Biochemistry, Department of
Date of this Version
The Ctr1 family of integral membrane proteins is necessary for high affinity copper uptake in eukaryotes. Ctr1 is also involved in cellular accumulation of cisplatin, a platinum-based anticancer drug. Although the physiological role of Ctr1 has been revealed, the mechanism of action of Ctr1 remains to be elucidated. To gain a better understanding of Ctr1-mediated copper and cisplatin transport, we have monitored molecular dynamics and transport activities of yeast Saccharomyces cerevisiae Ctr1 and its mutant alleles. Co-expression of functional Ctr1 monomers fused with either cyan or yellow fluorescent protein resulted in fluorescence resonance energy transfer (FRET), which is consistent with multimer assembly of Ctr1. Copper near the Km value of Ctr1 enhanced FRET in a manner that correlated with cellular copper transport. In vitro cross-linking of Ctr1 confirmed that copper-induced FRET reflects conformational changes within pre-existing Ctr1 complexes. FRET assays in membrane-disrupted cells and protein extracts showed that intact cell structure is necessary for Ctr1 activity. Despite Ctr1-dependent cellular accumulation, cisplatin did not change Ctr1 FRET nor did it attenuate copper-induced FRET. A Ctr1 allele defective in copper transport enhanced cellular cisplatin accumulation. N-terminal methionine-rich motifs that are dispensable for copper transport play a critical role for cisplatin uptake. Taken together, our data reveal functional roles for structural remodeling of the Ctr1 multimeric complex in copper transport and suggest distinct mechanisms employed by Ctr1 for copper and cisplatin transport.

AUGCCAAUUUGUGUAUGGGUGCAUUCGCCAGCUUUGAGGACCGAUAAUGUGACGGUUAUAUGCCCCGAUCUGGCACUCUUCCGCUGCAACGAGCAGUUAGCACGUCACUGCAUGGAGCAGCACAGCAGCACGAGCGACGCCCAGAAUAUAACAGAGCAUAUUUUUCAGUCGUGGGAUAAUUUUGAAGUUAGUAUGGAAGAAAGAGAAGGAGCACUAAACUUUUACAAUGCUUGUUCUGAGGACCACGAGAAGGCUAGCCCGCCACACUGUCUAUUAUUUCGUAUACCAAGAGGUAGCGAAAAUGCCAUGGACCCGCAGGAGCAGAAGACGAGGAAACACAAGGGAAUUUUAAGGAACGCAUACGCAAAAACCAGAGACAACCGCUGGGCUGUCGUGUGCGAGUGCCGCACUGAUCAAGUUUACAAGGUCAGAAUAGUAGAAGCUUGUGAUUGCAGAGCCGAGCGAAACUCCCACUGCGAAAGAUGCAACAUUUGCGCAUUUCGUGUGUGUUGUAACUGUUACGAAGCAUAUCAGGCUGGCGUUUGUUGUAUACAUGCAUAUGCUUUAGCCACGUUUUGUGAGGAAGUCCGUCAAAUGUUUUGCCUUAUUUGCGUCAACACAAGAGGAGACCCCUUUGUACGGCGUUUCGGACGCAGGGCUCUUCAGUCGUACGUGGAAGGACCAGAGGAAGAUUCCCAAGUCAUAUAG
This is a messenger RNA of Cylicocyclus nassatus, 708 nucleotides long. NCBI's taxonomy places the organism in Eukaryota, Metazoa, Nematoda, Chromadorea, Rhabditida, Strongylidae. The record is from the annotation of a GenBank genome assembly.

Published in The Journal of Biological Chemistry 282:37 (September 14, 2007), pp. 26775-26785; doi 10.1074/jbc.M703973200 Copyright © 2007 by The American Society for Biochemistry and Molecular Biology, Inc. Used by permission. http://www.jbc.org
The research reported in this paper was supported by National Institutes of Health (NIH) Grant P20-RR-17675 (project 3 to J. L.), NIH Grant DK79209 (to Jaekwon Lee), a Nutricia Foundation pre-doctoral fellowship (to Devis Sinani), and funds provided through the Hatch Act in the University of Nebraska Agricultural Research Division.